Jupyter magic

Jupyter Notebooks is a great interactive tool for creating fast and representative Data Science scripts. The Notebooks can not only be used for easy reporting and testing of algorithms, but also used for technical training as you can add various type of cells: code, markdown and raw. Today I want to write a bit about the magic that can further enhance your notebook and add usability.

Showing plots in the notebook

One of the advantages in Jupyter is the ease of showing plots. To enable doing that, you only need to call the %matplotlib inline magic. This is probably the most commonly used magic by Jupyter users. Let’s start with some basic code that will display a line plot with the magic included:

%matplotlib inline
import matplotlib.pyplot as plt

x = [0, 1, 2, 3, 4, 5]
y = [5, 4, 3, 2, 1, 0]

plt.plot(x, y)

And this is how the output looks in a Jupyter Notebook:

Passing data between notebooks

I like to keep things simple. If a notebook is starting to get too big, I find it usefull to throw eg. the data preparation in an additional notebook. But by default, the notebooks do not share the data, even if they run at the same time. This is where the %store magic comes in handy. Let’s say we read the data in Notebook A. This is the code we will run:

# notebook_a.ipynb
import pandas as pd

df = pd.read_csv('banana_data.csv')
%store df

Notice the magic at the end of the code. We need to pass the variable we are interested in storing. Next we can read the data in Notebook B as seen below:

# notebook_b.ipynb
%store -r df

Benchmarking code

Sometimes you want to compare two algorithms and see how fast both produce results. You might know the timeit function from Python already, but how to use that in Jupyter Notebooks? Let’s find out!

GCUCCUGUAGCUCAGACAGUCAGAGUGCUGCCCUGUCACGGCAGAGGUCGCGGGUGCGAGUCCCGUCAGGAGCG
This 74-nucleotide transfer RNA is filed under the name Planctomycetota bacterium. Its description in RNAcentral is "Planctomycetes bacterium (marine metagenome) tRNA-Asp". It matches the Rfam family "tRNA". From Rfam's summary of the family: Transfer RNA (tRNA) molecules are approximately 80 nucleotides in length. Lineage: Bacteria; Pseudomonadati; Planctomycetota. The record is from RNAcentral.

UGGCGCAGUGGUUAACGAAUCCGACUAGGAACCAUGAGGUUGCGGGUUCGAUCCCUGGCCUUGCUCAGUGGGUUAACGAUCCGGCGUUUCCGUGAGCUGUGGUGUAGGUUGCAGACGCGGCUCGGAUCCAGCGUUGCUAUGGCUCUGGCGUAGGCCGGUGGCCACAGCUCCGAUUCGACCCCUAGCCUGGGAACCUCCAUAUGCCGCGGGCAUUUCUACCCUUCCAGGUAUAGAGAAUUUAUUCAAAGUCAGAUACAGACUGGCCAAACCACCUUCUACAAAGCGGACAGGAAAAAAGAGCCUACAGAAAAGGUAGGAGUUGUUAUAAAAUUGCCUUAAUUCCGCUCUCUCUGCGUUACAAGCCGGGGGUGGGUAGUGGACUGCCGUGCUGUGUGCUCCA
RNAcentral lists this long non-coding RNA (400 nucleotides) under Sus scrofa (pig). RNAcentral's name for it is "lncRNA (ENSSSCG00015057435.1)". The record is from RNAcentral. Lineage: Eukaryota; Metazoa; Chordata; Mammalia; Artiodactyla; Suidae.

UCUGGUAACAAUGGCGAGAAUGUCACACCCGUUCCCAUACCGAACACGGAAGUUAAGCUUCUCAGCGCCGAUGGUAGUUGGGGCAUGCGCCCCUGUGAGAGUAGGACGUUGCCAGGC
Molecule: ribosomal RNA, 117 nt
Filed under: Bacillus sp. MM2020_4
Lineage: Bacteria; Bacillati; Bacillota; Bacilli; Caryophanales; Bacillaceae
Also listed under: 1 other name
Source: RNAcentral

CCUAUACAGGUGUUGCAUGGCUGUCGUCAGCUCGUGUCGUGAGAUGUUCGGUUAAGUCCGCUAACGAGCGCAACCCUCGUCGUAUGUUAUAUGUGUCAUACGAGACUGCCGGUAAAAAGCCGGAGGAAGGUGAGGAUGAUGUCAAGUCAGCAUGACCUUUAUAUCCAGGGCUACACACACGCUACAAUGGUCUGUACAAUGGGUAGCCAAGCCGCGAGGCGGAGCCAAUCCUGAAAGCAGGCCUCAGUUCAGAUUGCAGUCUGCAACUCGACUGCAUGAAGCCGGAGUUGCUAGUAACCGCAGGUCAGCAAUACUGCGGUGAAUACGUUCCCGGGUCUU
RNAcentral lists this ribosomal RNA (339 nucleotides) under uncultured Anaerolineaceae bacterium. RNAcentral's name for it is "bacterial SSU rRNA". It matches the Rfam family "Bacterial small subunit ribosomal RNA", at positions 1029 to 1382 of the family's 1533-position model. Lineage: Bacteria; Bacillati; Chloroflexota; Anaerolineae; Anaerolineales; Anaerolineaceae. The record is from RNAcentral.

%%timeit 
result = [x for x in range(0,10000)]

Will give an output structured like this:

407 µs ± 8.49 µs per loop (mean ± std. dev. of 7 runs, 1000 loops each)

Check out all the variables

At one point, we might get lost what is actually happening in the notebook and aren’t sure what the variables we coded are. We can investigate that using the %who_ls magic as an easy solution. Let’s say that we have the following variables in our notebook:

number = 123
text = 'I like bananas.'
other_text = 'I really do.'

If we run the %who_ls magic we will get the following result:

%who_ls

['other_text', 'text', 'number']

When we need to find variables of a specific type, we can still do that!

%who_ls str

['other_text', 'text']

Running external scripts

Jupyter magics also allow you to run external files in the Notebook. This can be useful, if you have a script that you want to test without copying it into the Notebook. To run code from a file, we need to use the %run magic. Let’s say we have a file named banana.py:

# banana.py
print('This is my banana script.')

The only thing we need to do to execute the code in our notebook is enter the following line:

%run banana.py

Summary

Of course the magics I have presented aren’t the only ones that are available. If you are interested in the subject, you can go to the official documentation on IPython magics. Alternatively you can use a question mark at the end of a magic, to see help, eg. %matplotlib? or %timeit?. What magics do you use? Feel free to give your examples in the comments!